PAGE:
This is why aviation regulators in the U.S. and Europe are turning their attention to enhancing the safety of airline data-transmission systems, The Wall Street Journal reported. One system in particular is of utmost concern: Aircraft Communications Addressing and Reporting System, otherwise known as Acars. So far, there have been no reported incidents of the data and information exchanged on the network being compromised. However, because it is an outdated system, concerns that it could be a target for hackers have been raised by both U.S. and European authorities, the source indicated.
Over the past few years, it has become abundantly clear that cybercriminals are rapidly advancing in their capabilities and motivations. And some of the biggest vectors of attack are platforms that are loosely monitored and maintained. As The Wall Street Journal explained, if Acars were to be penetrated, it could cause massive disruptions for airlines and affect a number of operations.
Outdated systems pose security risk
In a recent article for Fast Company, Steven Melendez pointed out that, although none of the many computer-related disruptions airline giants such as Delta and Southwest have experienced within the past year have been the result of a hacking attempt, it is only likely only a matter of time. For example, Melendez explained, the Government Accountability Office released a report recently saying, essentially, that the more connected airline systems become, the higher the risk of them falling victim to cyberattacks.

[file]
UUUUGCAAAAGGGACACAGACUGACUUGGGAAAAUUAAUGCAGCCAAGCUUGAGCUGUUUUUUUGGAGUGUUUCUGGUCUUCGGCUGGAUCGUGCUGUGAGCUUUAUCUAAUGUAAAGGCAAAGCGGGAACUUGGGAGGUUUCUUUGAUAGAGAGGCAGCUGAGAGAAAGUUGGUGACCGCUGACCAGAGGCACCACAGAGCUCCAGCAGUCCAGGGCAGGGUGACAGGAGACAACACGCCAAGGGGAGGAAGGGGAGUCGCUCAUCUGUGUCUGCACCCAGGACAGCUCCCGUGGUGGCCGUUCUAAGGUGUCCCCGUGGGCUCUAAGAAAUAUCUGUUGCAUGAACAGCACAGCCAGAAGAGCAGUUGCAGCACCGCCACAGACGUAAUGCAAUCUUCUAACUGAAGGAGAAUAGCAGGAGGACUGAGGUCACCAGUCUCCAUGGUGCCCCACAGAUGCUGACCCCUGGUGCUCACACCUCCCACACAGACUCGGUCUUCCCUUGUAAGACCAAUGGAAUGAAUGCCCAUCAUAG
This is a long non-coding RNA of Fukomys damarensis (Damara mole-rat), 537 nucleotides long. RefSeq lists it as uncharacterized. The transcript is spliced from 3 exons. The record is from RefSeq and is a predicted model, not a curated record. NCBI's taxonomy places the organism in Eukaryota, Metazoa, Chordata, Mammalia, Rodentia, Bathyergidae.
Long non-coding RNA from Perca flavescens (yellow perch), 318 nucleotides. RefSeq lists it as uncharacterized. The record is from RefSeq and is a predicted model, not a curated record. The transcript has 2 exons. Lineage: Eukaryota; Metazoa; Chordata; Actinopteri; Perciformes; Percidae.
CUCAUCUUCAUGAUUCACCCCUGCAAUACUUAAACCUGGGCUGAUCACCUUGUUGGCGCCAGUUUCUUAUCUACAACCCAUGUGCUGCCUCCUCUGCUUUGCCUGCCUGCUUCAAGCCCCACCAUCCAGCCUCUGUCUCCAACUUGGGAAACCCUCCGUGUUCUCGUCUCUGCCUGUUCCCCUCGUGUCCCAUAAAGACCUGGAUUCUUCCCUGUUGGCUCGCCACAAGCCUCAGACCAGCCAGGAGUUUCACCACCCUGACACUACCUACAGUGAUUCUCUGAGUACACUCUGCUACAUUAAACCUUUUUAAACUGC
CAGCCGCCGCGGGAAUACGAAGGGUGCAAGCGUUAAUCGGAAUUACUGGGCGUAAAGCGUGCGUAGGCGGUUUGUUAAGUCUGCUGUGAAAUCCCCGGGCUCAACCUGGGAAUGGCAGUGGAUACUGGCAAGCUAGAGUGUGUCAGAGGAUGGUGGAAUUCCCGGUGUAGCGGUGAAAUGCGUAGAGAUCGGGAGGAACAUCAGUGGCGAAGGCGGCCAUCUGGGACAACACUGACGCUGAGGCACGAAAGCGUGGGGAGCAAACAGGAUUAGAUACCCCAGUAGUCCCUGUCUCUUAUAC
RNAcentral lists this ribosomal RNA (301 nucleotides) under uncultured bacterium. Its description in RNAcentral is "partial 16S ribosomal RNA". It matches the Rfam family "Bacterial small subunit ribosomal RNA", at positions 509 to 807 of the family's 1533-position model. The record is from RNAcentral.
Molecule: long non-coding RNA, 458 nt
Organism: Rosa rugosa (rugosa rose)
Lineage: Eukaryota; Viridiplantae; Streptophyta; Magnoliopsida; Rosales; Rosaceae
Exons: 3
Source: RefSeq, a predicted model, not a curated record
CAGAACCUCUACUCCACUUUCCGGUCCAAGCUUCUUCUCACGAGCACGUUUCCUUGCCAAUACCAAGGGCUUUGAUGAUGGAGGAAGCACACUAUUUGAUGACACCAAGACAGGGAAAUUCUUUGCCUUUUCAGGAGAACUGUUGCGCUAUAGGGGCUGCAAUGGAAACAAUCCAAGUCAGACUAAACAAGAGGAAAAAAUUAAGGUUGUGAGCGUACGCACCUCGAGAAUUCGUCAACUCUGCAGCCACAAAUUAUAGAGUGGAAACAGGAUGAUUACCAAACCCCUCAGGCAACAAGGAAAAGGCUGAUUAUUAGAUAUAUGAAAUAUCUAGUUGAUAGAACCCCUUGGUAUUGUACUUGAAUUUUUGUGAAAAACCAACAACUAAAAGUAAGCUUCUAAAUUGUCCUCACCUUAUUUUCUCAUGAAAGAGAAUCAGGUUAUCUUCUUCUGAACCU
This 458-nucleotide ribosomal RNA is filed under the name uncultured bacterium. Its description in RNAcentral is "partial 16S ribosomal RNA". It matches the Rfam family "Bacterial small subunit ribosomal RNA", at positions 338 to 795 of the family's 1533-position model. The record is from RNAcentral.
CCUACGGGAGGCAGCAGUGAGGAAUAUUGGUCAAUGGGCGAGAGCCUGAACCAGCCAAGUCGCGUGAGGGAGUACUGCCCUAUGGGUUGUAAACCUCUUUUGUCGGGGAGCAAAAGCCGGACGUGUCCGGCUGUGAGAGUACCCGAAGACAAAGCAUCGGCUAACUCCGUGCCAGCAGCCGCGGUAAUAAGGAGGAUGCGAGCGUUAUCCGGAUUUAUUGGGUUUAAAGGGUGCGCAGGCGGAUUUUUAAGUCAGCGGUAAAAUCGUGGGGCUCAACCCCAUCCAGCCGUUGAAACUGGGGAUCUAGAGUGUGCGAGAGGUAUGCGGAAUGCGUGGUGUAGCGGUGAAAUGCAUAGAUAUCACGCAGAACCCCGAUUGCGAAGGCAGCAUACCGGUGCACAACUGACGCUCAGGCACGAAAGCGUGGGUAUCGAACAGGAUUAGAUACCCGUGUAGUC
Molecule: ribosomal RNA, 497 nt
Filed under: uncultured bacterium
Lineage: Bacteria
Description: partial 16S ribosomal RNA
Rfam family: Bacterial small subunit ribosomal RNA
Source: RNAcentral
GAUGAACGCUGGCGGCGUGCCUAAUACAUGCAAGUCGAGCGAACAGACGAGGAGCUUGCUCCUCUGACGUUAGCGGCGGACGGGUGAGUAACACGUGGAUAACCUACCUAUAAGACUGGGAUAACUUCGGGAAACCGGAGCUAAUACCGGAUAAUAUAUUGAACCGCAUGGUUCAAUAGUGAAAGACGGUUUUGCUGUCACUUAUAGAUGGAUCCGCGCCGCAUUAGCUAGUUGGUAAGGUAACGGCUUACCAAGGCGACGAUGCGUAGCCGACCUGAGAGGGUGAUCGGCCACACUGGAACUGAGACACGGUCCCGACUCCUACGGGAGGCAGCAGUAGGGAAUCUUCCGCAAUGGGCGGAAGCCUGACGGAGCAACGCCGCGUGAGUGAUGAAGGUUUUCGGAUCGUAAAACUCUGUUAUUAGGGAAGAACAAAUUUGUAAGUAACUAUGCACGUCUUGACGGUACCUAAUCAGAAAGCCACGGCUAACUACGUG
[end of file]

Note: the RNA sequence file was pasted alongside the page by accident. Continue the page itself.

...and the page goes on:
Last month, Astronautics Corp. was given a contract by the Federal Aviation Administration to create tools that would help uncover security vulnerabilities in aircraft technologies. And it seems that the first system to be assessed with these tools was Acars. In addition to examining and evaluating the security risks of existing systems, The Wall Street Journal revealed that both the European Aviation Safety Agency and FAA are working on developing more modern, innovative technologies for air traffic control and communication. These efforts for safer aviation systems also include plans to revamp guidelines and certification requirements for the industry.
These moves taken by regulators in the aviation industry show the growing concern - and urgency - for companies across the globe to update their technologies and digital tools. Furthermore, as connectivity and integration continue to increase among organizations, ensuring safe, sound protocols are implemented becomes increasingly necessary - not just for internal operations, but for those throughout supplier and partner networks as well. This is especially true for applications and devices that store and exchange data, as well as those that handle private and sensitive information, such as financial transactions.
Maintaining proper monitoring and threat detection tools is necessary for companies to defend networks against today's aggressive cybercriminals.